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Wine Diary

Firm Bonds

March 13, 2020

We are getting towards the end of pruning season! Some terraces on Heiligenstein are still waiting for their trim. Younger vineyards are generally pruned rather late, simply because after a possible frost, we would have more alternatives for correction, i.e., getting the right amount of buds. More time is generally dedicated to the young vines and the instruction of our team, as the early building of the vines, for example, following the principles of sustainable pruning, is crucial for their later productive and hopefully long life.

After pruning, binding is the most important work in the vineyards. Here, the shortened vine-shoot is bent down and bound to the wire. Now, what sense do we pursue with this work? Vines are lianas and follow the principle of acrotony, meaning that all energy is fed to the tips of the plant. Wild forms grow in the woods and used to grow up around trees or cling to the branches to get to the sunlight. In order to prevent all energy being concentrated only outwards, we form an arched shoot with the tip bent down and fixed onto the trellis. Thus, the juice and all its energy will be spread evenly to all buds favoring their growth.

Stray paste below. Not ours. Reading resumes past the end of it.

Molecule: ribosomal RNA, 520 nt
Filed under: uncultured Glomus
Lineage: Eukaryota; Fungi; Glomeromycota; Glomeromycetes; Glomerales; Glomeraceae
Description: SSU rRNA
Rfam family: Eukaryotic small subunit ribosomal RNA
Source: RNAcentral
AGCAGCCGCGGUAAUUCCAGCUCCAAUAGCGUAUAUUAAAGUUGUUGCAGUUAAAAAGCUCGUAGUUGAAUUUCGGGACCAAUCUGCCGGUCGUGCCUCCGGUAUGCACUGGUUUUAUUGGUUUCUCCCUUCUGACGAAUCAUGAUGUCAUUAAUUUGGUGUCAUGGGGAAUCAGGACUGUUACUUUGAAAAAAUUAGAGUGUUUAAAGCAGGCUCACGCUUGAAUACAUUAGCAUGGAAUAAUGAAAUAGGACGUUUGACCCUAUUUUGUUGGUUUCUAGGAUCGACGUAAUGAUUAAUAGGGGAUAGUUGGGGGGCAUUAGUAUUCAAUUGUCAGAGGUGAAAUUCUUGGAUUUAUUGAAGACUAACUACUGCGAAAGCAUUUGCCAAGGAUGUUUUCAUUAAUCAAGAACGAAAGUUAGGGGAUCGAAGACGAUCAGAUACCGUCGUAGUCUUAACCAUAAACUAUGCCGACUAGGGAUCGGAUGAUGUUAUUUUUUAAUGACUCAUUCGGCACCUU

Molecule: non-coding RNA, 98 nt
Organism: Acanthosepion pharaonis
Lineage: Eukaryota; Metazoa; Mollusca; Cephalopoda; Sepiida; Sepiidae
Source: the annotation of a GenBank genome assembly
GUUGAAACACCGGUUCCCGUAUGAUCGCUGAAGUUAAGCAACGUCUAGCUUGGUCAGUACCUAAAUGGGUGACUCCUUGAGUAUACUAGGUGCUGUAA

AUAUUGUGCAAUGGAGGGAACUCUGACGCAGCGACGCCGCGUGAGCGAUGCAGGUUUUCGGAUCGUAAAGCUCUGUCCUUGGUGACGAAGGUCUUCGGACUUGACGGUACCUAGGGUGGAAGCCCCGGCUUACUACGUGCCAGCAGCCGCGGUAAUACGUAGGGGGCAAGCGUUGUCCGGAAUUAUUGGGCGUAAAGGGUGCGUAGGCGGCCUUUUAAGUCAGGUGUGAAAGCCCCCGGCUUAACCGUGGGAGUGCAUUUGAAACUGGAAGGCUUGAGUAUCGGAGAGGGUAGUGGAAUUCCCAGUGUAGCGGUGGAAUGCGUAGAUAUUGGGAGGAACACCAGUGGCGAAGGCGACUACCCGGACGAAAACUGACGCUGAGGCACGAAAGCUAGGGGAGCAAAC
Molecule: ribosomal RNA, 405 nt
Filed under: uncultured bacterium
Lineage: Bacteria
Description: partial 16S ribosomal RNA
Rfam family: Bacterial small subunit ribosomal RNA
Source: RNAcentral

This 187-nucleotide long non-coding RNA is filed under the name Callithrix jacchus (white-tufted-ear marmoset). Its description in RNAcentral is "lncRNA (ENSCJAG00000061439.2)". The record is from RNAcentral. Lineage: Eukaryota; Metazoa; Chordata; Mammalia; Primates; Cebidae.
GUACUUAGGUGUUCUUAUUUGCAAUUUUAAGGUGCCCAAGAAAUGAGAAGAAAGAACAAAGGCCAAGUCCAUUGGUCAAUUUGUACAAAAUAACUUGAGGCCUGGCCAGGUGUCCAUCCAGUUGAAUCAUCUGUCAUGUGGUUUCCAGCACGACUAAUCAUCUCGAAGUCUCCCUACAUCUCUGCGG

In some parts of Europe’s wine areas, we still encounter a special form of wicker nearby the vines. They themselves are pruned regularly to get thin and soft shoots. After those shoots have been soaking in water, they are tender and flexible and give good binding material. In our vineyards we use iron wires to fix shoots. Over the course of the years, old wire clippings fall to the ground where they further oxidize. Ferric oxide together with the decaying wood of the vines are valuable assets for maintaining soil fertility.